The regulator is a diaphragm-controlled unit divided into five chambers and contains two regulating diaphragms and a poppet valve assembly. [Figure 2-24] Chamber A is regulated air-inlet pressure from the air intake. Chamber B is boost venturi pressure. Chamber C contains metered fuel pressure controlled by the discharge nozzle or fuel feed valve. Chamber D contains unmetered fuel pressure controlled by the opening of the poppet valve. Chamber E is fuel pump pressure controlled by the fuel pump pressure relief valve. The poppet valve assembly is connected by a stem to the two main control diaphragms. The purpose of the regulator unit is to regulate the fuel pressure to the inlet side of the metering jets in the fuel control unit. This pressure is automatically regulated according to the mass airflow to the engine.
The carburetor fuel strainer, located in the inlet to chamber E, is a fine mesh screen through which all the fuel must pass as it enters chamber D. The strainer must be removed and cleaned at scheduled intervals.
Referring to Figure 2-24, assume that for a given airflow in lb/hr through the throttle body and venturi, a negative pressure of 1⁄4 psi is established in chamber B. This tends to move the diaphragm assembly and the poppet valve in a direction to open the poppet valve permitting more fuel to enter chamber D. The pressure in chamber C is held constant at 5 psi (10 psi on some installations) by the discharge nozzle or impeller fuel feed valve. Therefore, the diaphragm assembly and poppet valve moves in the open direction until the pressure in chamber D is 51⁄4 psi. Under these pressures, there is a balanced condition of the diaphragm assembly with a pressure drop of 1⁄4 psi across the jets in the fuel control unit (auto-rich or auto-lean).
If nozzle pressure (chamber C pressure) rises to 51⁄2 psi, the diaphragm assembly balance is upset, and the diaphragm assembly moves to open the poppet valve to establish the necessary 53⁄4 psi pressure in chamber D. Thus, the 1⁄4 psi differential between chamber C and chamber D is reestablished, and the pressure drop across the metering jets remains the same.
If the fuel inlet pressure is increased or decreased, the fuel flow into chamber D tends to increase or decrease with the pressure change causing the chamber D pressure to do likewise. This upsets the balanced condition previously established, and the poppet valve and diaphragm assembly respond by moving to increase or decrease the flow to reestablish the pressure at the 1⁄4 psi differential.
The fuel flow changes when the mixture control plates are moved from auto-lean to auto-rich, thereby selecting a different set of jets or cutting one or two in or out of the system. When the mixture position is altered, the diaphragm and poppet valve assembly repositions to maintain the established pressure differential of 1⁄4 psi between chambers C and D, maintaining the established differential across the jets. Under low power settings (low airflows), the difference in pressure created by the boost venturi is not sufficient to accomplish consistent regulation of the fuel. Therefore, an idle spring, shown in Figure 2-24, is incorporated in the regulator. As the poppet valve moves toward the closed position, it contacts the idle spring. The spring holds the poppet valve off its seat far enough to provide more fuel than is needed for idling. This potentially overrich mixture is regulated by the idle valve. At idling speed, the idle valve restricts the fuel flow to the proper amount. At higher speeds, it is withdrawn from the fuel passage and has no metering effect.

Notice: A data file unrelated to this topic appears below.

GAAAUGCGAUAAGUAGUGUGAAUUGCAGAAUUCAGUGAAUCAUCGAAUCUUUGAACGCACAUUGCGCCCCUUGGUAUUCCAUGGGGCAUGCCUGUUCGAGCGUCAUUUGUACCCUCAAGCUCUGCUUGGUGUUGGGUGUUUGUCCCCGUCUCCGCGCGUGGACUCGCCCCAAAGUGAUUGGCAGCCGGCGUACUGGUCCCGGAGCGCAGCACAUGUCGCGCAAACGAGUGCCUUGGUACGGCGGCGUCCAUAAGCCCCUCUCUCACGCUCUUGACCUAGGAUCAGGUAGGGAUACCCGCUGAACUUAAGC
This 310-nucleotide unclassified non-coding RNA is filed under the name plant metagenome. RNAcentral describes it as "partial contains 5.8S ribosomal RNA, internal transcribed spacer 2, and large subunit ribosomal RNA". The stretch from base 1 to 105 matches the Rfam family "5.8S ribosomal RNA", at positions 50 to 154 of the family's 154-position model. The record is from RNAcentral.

Vapor vent systems are provided in these carburetors to eliminate fuel vapor created by the fuel pump, heat in the engine compartment, and the pressure drop across the poppet valve. The vapor vent is located in the fuel inlet (chamber E) or, on some models of carburetors, in both chambers D and E.
The vapor vent system operates in the following way. When air enters the chamber in which the vapor vent is installed, the air rises to the top of the chamber, displacing the fuel and lowering its level. When the fuel level has reached a predetermined position, the float (which floats in the fuel) pulls the vapor vent valve off its seat, permitting the vapor in the chamber to escape through the vapor vent seat, its connecting line, and back to the fuel tank.
If the vapor vent valve sticks in a closed position or the vent line from the vapor vent to the fuel tank becomes clogged, the vapor-eliminating action is stopped. This causes the vapor to build up within the carburetor to the extent that vapor passes through the metering jets with the fuel. With a given size carburetor metering jet, the metering of vapor reduces the quantity of fuel metered. This causes the fuel/air mixture to lean out, usually intermittently.
If the vapor vent valve sticks open or the vapor vent float becomes filled with fuel and sinks, a continuous flow of fuel and vapor occurs through the vent line. It is important to detect this condition, as the fuel flow from the carburetor to the fuel supply tank may cause an overflowing tank with resultant increased fuel consumption.
To check the vent system, disconnect the vapor vent line where it attaches to the carburetor, and turn the fuel booster pump on while observing the vapor vent connection at the carburetor. Move the carburetor mixture control to auto-rich; then return it to idle cutoff. When the fuel booster pump is turned on, there should be an initial ejection of fuel and air followed by a cutoff with not more than a steady drip from the vent connection. Installations with a fixed bleed from the D chamber connected to the vapor vent in the fuel inlet by a short external line should show an initial ejection of fuel and air followed by a continuing small stream of fuel. If there is no flow, the valve is sticking closed; if there is a steady flow, it is sticking open.